Equinox, SoulCycle Confront an Ever-More-Typical Political Crisis
Last week, Equinox Fitness and SoulCycle were put in the unenviable (and maybe no longer unusual) position of responding to a political crisis related to the president of the United States. Their reaction was not all that strong, and was much criticized. However, we have some sympathy for the difficulty of their situation.
The problem occurred when real-estate billionaire Stephen Ross announced he was holding a fundraiser at his Hamptons home on Aug. 9 for (did we mention controversial?) Donald Trump. Ross chairs the company that owns a controlling interest in Equinox Fitness and its SoulCycle subsidiary.
A backlash arose due to many of the trendy brands’ customers not being all that fond of Donald Trump. Many, including celebrities, said they would quit their club memberships. It was an especially odd situation in that the brands have no connection to Trump or anything he’s doing. (We’ve written in the past about brands having to deal with being attacked by him.)
Confusingly, both Equinox and SoulCycle responded on Aug. 7 on social media (Twitter, Instagram, Facebook) with almost, but not quite, identical statements.
Equinox noted that “many members” had raised concerns about the fundraiser. The company (writing for both brands) said it and SoulCycle had “nothing to do with the event and do not support it.” It said it doesn’t use company profits to donate to politicians. It invoked Ross’s allegedly tangential relationship to the brand: “Mr. Ross is a passive investor and is not involved in the management of either business.”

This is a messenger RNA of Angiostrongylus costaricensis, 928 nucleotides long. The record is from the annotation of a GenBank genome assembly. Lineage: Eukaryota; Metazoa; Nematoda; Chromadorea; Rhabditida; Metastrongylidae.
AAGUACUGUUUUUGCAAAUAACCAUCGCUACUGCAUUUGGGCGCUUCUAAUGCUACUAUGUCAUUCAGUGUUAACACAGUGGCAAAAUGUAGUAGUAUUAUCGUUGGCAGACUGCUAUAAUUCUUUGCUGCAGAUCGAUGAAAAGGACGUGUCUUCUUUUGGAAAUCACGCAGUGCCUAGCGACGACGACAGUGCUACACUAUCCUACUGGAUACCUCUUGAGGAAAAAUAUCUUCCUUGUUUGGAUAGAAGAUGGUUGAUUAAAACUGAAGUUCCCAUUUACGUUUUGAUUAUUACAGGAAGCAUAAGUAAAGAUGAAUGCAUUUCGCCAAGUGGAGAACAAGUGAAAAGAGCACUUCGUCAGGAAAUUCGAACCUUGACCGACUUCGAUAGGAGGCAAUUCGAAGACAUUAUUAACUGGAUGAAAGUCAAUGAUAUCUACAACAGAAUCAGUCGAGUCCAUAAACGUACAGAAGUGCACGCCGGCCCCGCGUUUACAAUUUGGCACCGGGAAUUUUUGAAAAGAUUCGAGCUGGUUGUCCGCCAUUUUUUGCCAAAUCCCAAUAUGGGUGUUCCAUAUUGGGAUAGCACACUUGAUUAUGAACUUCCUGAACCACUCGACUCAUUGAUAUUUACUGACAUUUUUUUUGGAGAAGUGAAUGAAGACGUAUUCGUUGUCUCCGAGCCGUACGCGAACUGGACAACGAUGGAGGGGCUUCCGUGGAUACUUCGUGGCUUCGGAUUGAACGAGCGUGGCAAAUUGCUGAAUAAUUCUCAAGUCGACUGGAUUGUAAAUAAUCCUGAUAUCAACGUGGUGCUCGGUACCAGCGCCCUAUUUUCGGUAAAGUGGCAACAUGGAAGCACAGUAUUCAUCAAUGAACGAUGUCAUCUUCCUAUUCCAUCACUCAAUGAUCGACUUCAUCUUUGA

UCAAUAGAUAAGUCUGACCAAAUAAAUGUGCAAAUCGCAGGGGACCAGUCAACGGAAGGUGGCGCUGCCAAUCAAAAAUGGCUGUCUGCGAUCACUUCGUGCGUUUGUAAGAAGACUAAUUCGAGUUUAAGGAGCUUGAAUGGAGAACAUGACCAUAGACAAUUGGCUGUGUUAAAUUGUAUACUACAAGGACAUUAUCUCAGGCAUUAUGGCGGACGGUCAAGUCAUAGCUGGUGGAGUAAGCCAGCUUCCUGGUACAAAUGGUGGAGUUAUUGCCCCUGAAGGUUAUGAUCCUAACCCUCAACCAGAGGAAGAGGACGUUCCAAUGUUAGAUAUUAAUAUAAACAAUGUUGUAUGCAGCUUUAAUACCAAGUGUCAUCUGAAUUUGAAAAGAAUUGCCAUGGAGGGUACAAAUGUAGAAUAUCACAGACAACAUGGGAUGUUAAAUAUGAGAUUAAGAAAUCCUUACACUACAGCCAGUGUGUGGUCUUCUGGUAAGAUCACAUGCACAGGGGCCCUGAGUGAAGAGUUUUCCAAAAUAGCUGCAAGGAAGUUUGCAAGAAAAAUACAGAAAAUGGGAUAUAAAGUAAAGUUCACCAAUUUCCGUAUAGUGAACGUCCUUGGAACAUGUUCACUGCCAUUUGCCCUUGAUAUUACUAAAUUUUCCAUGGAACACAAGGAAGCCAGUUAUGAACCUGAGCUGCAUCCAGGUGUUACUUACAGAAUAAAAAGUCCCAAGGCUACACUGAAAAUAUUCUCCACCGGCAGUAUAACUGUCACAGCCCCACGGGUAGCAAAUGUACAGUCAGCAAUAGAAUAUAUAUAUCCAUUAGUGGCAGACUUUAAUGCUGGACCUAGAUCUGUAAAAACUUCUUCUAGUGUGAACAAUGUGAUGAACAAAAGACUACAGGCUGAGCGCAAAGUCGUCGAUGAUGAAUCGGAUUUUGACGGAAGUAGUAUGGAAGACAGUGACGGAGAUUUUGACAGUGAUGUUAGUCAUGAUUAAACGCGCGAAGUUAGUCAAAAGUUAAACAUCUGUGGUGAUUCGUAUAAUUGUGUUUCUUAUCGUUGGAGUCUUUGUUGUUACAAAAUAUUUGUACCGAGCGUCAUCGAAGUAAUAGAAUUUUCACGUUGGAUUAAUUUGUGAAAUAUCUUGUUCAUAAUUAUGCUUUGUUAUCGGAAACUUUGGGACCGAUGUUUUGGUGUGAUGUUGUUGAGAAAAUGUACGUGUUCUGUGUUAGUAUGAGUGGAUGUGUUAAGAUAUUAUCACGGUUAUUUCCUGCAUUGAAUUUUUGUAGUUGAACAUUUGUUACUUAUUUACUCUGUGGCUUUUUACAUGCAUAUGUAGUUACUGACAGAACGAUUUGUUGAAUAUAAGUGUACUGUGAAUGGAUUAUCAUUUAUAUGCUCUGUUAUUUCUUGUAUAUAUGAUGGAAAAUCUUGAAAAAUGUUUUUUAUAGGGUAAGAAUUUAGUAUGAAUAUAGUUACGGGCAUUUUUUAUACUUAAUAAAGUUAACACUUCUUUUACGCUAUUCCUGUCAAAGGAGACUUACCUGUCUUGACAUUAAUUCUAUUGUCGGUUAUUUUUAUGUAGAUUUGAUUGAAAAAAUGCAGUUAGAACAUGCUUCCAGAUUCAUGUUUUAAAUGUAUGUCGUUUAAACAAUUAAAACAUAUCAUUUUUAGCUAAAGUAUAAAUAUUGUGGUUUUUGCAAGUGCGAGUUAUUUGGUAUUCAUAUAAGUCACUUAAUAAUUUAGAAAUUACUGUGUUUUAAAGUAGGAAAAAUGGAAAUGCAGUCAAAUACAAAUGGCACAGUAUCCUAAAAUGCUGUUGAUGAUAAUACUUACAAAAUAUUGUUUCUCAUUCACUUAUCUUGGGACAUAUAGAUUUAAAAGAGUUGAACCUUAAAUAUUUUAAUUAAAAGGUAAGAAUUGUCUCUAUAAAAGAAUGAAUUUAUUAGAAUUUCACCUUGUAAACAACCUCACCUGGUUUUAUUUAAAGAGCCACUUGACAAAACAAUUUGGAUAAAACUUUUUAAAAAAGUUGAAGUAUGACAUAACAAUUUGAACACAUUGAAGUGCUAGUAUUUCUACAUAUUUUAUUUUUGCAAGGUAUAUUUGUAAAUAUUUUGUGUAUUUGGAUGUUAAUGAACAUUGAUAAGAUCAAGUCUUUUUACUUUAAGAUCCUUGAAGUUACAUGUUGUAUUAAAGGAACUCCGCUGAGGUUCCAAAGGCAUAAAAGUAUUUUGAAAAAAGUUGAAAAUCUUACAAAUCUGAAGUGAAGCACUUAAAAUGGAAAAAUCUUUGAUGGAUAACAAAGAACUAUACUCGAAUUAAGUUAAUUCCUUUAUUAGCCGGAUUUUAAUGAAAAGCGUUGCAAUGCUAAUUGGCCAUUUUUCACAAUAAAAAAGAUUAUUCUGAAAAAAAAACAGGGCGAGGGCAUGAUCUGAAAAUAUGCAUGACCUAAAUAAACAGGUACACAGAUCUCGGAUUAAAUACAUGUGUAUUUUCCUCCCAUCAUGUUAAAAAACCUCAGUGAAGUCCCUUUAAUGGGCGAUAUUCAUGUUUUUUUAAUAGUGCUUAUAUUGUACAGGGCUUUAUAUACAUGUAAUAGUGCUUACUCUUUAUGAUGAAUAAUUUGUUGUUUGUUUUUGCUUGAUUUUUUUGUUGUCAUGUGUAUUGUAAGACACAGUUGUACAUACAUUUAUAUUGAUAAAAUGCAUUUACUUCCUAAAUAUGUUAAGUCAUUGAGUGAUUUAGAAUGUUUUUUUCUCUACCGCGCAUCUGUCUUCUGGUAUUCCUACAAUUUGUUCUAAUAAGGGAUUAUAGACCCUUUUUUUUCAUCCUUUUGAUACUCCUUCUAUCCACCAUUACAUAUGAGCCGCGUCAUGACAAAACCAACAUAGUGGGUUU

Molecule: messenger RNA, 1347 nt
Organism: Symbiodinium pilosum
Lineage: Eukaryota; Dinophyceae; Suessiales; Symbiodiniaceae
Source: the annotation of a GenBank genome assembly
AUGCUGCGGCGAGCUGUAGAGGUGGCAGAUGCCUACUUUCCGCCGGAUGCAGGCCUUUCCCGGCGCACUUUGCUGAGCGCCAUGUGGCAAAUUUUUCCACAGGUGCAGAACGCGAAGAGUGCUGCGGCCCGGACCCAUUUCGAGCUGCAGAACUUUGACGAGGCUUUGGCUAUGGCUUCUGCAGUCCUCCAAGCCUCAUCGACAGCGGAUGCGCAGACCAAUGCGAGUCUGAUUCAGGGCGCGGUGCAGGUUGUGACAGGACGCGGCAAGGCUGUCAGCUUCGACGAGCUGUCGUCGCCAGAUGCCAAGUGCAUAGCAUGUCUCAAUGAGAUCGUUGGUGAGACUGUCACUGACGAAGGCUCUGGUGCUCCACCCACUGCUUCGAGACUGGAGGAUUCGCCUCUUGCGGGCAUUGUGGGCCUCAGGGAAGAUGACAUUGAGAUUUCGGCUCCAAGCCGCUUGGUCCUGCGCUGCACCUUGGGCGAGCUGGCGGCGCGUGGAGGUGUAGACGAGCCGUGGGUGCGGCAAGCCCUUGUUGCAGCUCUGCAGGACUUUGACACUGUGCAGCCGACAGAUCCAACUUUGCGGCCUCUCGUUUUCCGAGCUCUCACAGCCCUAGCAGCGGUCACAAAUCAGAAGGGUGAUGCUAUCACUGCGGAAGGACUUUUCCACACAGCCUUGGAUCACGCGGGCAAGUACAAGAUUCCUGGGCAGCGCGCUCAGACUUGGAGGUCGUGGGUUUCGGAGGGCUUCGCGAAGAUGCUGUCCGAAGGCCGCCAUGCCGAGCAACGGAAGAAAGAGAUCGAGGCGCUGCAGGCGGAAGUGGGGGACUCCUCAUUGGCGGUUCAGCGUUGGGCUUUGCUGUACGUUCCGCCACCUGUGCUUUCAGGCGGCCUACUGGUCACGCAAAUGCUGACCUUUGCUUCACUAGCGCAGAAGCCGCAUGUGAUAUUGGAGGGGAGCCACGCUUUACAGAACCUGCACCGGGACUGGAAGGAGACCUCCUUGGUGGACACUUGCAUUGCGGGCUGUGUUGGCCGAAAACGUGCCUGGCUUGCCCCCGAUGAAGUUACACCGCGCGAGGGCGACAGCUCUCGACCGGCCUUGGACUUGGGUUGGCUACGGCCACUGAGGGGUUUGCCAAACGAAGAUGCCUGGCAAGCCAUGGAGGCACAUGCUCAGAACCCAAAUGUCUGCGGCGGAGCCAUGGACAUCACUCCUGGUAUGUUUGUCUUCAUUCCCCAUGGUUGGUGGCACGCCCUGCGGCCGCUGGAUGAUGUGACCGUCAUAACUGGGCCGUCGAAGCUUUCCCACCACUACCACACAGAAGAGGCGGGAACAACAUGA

Again confusingly, SoulCycle put out its own statement, though — in a more-personalized move — it was attributed to SoulCycle CEO Melanie Whelan. It used almost identical sentences about not supporting the fundraiser, about not using company profits for politicians, and about Ross being a passive investor. “We believe in diversity, inclusion, and equality,” Whelan said.
The New York Times did a story noting the (somewhat) odd situation of the brands distancing themselves from the president of the United States. The Times quoted someone it described as a “membership adviser” to a Manhattan Equinox location who called the company’s statement “super inadequate,” adding, “There are people who have quit immediately, canceled their membership with a lot of indignation.”
Ross, who according to the Bloomberg Billionaire’s Index is worth about $10 billion, responded with a statement of his own. He said he was always “an active participant in the democratic process.” He said he agrees with Trump on some issues and disagrees on others. He always championed a litany of causes, including “racial equality, inclusion, diversity, public education, and environmental sustainability,” he said.
This isn’t the only answer, but we’re starting in the best way we know how.
It’s often a good idea to stay away from posting on social media when a crisis rages. Equinox and SoulCycle essentially did that after releasing their statements. Then on Aug. 12, SoulCycle reappeared on Twitter, admitting it had been a hard week, and announcing it was inviting hundreds of its instructors to ride for a cause of their choice in classes that would be free with the company making a donation.
“This isn’t the only answer, but we’re starting in the best way we know how,” it said.
Photo Credit: SoulCycle
This is an abridged version of an article that appeared today on the CrisisResponsePro paid subscription portal. (CrisisResponsePro subscribers can access the full version by clicking here. ID and password are required.) To take advantage of all of the content, data, and collaborative resources CrisisResponsePro has to offer, contact us at (800) 497-1737, email@example.com, or crisisresponsepro.com/signup.